Attorney David German, who also represents the family, said the district’s response to the verdict “shows a total disregard for the safety of children. They claim the verdict was not supported by the facts, but the community members on the jury made separate findings that 11 individual district employees failed to make reports of suspected child abuse when any reasonable person in their position would have.”
L.A. Unified School District will reach out to parents of newborns to connect them with services in hopes of eventually offsetting rapidly declining enrollment.
The incidents at the center of the case occurred during a four-month stretch in fall 2017, when the Wongs said they noticed their sons’ behavior deteriorate, according to court documents. The boys had become more aggressive toward them, their teachers and therapists, the parents said.
The boys, who have a form of nonverbal autism, were seven at the time, and the Wongs said they had been making progress: attending birthday and Halloween costume parties, socializing with relatives and friends and interacting with other children at Juan Cabrillo Elementary School in Malibu.
The complaint alleged that Gottlieb, who was assigned as an aide to the twins, used inappropriate methods to control their behavior in the classroom and on the bus to and from school. These methods included twisting their arms and putting hand sanitizer onto the twins’ dry, cracked hands, knowing it would cause them pain, court documents said.
A few employees saw Gottlieb allegedly use the sanitizer as punishment or hold up the sanitizer in a threatening manner, scaring the boys into submission, the court documents said. District employees had concerns about Gottlieb’s alleged actions and discussed the matter among themselves or even reported their misgivings to supervisors, but no one reported it to either the county or to law enforcement until early 2018, court documents state.
A bus driver first alerted the Wongs of her own concerns about how the twins were being treated, Charles Wong said.
“What upset me most about this was not only that the abuse happened,” Wong said after the verdict, “but the school knew about it and they hid it. People knew about this for months without telling us about it.”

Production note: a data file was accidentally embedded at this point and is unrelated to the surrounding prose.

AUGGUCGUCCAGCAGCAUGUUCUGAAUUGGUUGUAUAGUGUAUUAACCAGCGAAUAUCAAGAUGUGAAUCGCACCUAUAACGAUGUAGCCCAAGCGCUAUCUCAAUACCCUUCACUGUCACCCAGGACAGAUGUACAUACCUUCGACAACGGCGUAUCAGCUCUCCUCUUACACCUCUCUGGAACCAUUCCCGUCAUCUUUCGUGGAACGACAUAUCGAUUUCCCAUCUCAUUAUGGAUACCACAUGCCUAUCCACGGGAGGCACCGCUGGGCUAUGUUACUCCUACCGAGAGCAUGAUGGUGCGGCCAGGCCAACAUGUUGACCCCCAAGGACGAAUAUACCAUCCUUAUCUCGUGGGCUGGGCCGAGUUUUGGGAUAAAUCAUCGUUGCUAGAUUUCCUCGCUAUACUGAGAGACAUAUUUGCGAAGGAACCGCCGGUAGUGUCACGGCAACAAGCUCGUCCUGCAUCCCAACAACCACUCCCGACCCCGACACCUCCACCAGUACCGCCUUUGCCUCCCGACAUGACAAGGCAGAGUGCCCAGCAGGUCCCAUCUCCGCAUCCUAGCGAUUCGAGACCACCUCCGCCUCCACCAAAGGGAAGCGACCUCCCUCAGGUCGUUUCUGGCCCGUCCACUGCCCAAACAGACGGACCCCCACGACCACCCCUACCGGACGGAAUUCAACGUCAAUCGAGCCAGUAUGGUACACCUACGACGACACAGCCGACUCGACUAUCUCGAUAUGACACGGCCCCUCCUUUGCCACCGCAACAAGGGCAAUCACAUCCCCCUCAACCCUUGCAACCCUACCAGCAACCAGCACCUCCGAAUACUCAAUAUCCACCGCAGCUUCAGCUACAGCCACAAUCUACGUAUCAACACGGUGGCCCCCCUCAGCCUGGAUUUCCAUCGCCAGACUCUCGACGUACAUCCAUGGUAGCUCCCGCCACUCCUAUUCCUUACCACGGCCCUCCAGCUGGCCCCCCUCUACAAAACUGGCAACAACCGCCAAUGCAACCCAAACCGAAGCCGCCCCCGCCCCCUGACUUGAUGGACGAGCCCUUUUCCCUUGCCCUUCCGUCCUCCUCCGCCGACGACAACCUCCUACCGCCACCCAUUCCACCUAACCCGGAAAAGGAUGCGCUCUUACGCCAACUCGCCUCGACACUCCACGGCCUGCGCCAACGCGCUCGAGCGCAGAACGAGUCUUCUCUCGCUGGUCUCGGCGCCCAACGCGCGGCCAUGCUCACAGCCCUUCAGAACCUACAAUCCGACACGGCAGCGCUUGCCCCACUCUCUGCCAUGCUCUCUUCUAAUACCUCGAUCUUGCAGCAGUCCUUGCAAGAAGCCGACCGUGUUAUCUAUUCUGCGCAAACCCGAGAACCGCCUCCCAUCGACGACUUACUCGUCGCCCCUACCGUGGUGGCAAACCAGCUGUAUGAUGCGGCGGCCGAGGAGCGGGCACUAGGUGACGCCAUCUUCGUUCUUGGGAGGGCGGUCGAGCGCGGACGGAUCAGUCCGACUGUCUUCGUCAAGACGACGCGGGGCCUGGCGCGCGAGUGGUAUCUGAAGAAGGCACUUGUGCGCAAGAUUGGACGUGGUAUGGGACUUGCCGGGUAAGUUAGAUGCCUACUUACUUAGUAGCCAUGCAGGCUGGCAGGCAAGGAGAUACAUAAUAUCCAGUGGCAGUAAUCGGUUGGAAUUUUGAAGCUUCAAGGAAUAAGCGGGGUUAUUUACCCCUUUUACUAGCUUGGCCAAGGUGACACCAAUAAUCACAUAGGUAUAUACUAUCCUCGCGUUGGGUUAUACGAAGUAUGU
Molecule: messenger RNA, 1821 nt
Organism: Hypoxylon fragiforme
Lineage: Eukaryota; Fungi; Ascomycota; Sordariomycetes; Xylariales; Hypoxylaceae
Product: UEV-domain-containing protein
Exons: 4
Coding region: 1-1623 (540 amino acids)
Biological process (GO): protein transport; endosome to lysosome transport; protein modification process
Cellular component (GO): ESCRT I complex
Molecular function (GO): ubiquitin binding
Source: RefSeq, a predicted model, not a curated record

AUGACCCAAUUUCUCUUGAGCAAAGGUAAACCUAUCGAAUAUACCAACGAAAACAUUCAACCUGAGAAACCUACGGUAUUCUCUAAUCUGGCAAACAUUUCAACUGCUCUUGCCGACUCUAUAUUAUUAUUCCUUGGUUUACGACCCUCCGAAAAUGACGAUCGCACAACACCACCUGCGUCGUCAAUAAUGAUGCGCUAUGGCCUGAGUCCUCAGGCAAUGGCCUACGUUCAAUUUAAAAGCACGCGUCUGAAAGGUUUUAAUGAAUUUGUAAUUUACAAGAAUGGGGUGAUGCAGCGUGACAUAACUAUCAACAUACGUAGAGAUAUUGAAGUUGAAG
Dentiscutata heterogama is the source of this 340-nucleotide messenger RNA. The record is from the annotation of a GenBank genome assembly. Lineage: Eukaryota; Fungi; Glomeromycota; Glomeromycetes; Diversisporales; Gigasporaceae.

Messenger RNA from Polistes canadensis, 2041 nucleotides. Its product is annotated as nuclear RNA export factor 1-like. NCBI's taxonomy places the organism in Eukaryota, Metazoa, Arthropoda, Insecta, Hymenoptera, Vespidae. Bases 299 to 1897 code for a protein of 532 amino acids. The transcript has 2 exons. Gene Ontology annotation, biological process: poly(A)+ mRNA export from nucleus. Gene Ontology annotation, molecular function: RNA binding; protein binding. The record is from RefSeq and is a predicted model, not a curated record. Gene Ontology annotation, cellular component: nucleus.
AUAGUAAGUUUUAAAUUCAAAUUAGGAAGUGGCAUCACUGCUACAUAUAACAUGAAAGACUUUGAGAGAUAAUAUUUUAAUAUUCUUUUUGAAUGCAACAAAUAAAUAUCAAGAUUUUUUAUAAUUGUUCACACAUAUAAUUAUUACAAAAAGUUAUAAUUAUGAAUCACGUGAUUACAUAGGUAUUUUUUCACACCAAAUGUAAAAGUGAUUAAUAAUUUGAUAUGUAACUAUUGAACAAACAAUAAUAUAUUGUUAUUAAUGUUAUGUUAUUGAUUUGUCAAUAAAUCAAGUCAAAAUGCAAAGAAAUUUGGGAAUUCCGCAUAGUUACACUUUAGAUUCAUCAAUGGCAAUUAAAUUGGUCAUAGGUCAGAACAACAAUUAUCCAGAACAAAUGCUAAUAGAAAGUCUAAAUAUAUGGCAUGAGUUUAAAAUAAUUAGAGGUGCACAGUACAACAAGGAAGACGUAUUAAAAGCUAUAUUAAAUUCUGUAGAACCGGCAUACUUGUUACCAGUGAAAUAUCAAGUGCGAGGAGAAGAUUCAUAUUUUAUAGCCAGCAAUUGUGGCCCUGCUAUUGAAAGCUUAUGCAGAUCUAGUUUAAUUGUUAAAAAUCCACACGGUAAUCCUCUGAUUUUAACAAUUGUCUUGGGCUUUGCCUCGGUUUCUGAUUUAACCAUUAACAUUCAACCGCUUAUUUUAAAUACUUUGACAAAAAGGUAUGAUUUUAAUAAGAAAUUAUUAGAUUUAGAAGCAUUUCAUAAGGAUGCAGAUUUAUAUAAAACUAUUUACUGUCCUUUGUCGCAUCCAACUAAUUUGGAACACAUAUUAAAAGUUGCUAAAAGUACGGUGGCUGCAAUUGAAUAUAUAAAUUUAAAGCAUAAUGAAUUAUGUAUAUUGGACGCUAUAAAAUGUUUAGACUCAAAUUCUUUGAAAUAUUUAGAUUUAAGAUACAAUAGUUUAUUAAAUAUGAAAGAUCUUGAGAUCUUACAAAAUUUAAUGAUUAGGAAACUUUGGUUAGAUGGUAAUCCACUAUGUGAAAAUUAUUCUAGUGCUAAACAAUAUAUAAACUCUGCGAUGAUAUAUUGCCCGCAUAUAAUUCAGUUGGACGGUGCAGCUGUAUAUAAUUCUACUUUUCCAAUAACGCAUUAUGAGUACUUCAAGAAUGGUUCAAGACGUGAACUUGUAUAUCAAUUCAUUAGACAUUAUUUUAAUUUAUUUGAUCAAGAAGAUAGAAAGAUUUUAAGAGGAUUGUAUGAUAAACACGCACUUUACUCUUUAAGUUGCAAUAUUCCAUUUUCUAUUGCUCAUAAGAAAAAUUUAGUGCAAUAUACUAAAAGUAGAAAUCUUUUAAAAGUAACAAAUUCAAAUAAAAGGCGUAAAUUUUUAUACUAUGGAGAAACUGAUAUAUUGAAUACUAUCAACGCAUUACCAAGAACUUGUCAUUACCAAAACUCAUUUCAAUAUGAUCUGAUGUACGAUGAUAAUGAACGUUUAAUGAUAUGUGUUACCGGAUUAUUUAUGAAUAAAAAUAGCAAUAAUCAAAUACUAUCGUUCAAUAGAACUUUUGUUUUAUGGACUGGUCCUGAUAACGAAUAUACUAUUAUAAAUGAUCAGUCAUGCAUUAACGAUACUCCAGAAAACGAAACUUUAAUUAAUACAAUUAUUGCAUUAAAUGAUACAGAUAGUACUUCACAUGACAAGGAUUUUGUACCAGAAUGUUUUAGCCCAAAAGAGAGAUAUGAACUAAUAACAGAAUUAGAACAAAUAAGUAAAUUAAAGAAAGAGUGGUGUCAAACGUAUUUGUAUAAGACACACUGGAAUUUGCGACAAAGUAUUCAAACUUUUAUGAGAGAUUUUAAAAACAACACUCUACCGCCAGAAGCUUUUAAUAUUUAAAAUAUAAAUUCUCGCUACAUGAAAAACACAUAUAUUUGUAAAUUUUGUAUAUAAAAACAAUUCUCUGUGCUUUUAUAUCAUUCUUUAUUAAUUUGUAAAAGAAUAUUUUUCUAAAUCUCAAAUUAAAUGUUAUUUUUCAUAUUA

In documents filed with the court, the district challenged whether hand sanitizer was ever used in a punitive manner. The district also argued that there were perhaps three documented incidents in which Gottlieb allegedly held the sanitizer in a threatening manner. The district also challenged the account of the bus driver who had expressed concerns about the alleged use of unnecessary restraints and physical abuse.
The Wongs said that during the eventual wellness check from the deputy they were shown a report that a teacher had filed in January.
The Wongs said their children have yet to recover, requiring a transfer to a private school in the San Fernando Valley that specializes in helping children with autism. The Wongs said transportation services were recently cut for the family as school drivers were not able to manage their behavior.
The money from the judgment must be used to support the children’s ongoing education and health needs.
The lawsuit was filed in 2019 against the district, Gottlieb and six other district employees. The trial, which concluded in October, lasted four weeks and took place at the Stanley Mosk Courthouse in downtown Los Angeles.
Start your day right
Sign up for Essential California for news, features and recommendations from the L.A. Times and beyond in your inbox six days a week.
You may occasionally receive promotional content from the Los Angeles Times.